Institute of Chemistry - University of Campinas

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1. Description of MDLovoFit capabilites and expected results.
    Read this to understand what to get from the package.
2. Step by step tutorial on how to use the package in your simulation.
    Follow the tutorial and get the results from your simulation.

1. Description of MDLovoFit capabilites and expected results.

First, we will show which information is expected from the usage of this package. Two plots are characteristic of the analysis of the data performed by MDLovoFit. Figure 1 illustrates the analysis of the mobility of a protein structure in a typical MD simulation:

Figure 1

The panel A of Figure 1 shows the standard RMSD of the protein Cα atoms along the simulation. It indicates that the protein somewhat diverges from the initial structure.

Figure 1B is the result of running MDLovoFit with the -mapfrac option. It shows the RMSD of the alignment of a subset of the atoms, as a function of the size of this subset, represented as a fraction of the size of the structure. For each fraction the RMSD is the best possible RMSD that can be obtained for every possible subset of that size. The plot shows, for example, that it is possible in this simulation to align about 80% of the Cα atoms of the structure to less than 1Å

Finally, in figure 1C, the RMSD computed by MDLovoFit for the alignment of 70% of the Cα atoms is shown. Clearly, the fluctuations of 70% of the structure are minimal, while there is a small subset of of 30% of the atoms that deviates from the initial structure and explains the divergence observed in figure 1A.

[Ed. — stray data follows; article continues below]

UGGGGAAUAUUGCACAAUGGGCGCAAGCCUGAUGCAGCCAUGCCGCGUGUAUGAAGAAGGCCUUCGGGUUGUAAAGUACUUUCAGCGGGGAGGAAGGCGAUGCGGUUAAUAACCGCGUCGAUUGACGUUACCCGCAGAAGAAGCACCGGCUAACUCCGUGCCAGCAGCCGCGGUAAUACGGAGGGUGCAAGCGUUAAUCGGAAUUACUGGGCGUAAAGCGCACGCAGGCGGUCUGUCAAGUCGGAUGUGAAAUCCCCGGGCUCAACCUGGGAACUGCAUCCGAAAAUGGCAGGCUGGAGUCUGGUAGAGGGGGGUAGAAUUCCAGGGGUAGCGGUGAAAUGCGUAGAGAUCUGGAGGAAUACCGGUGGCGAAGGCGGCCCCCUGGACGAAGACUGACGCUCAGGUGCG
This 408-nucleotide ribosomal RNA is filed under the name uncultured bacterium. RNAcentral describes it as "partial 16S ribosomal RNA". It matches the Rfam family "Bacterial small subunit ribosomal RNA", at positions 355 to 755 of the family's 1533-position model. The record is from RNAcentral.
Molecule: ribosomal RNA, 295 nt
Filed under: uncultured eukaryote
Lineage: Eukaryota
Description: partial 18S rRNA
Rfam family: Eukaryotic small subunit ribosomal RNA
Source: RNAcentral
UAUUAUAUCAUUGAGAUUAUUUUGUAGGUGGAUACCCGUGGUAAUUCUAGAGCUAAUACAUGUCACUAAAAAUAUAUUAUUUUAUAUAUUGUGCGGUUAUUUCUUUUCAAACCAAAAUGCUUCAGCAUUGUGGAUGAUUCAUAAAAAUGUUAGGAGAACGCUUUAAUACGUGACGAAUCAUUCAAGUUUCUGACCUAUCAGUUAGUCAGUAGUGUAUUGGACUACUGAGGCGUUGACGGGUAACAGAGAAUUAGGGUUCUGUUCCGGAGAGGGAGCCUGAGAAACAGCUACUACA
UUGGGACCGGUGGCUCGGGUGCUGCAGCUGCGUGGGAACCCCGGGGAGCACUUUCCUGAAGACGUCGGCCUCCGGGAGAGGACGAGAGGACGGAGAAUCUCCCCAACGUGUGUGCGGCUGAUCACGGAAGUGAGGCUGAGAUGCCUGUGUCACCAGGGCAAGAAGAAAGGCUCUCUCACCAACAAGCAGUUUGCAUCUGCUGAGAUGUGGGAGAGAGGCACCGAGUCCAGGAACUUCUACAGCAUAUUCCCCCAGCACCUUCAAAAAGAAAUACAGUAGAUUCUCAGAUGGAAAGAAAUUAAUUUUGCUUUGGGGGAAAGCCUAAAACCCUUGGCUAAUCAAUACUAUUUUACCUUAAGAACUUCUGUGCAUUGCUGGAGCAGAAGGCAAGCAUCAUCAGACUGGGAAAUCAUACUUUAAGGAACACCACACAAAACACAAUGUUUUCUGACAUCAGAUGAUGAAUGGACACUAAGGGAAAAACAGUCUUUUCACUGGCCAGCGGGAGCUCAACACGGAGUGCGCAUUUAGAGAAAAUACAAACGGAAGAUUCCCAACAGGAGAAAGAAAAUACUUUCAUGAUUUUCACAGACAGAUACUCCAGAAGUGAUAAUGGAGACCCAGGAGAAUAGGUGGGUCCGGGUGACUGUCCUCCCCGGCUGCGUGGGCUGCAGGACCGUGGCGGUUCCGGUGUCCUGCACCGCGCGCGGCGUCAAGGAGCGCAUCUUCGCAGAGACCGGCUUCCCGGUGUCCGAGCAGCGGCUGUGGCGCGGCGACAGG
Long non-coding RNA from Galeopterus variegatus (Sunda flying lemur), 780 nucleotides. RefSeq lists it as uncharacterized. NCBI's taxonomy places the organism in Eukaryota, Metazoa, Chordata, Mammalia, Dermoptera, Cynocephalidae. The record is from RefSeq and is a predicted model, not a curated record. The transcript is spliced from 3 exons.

The result of figure 1C can, of course, be supported by the visualization of the resulting alignment. The structural alignment is shown in Figure 2. This figure can also be obtained from the output of MDLovoFit (and using VMD)

Figure 2

This figure displays, in blue, the 70% of the Cα atoms of the protein which were automatically identified by MDLovoFit as the least mobile ones (with RMSD lower than 1Å, as shown in figure 1C). In red, the figure highlights which regions of the structure are more mobile, and diverge from the initial conformation of the simulation.

With the plots of figures 1B and 1C, and with the above structural representation, a more comprehensive view of the mobility of the protein is obtained. In the next section we will show how to, in practice, obtain each of these plots.

Additionally, it is possible to plot the RMSF of the atoms, and to use these data to color the structure, using VMD. See the last section of the tutorial (next section) for details.
See also:
Author's software page
The TANGO project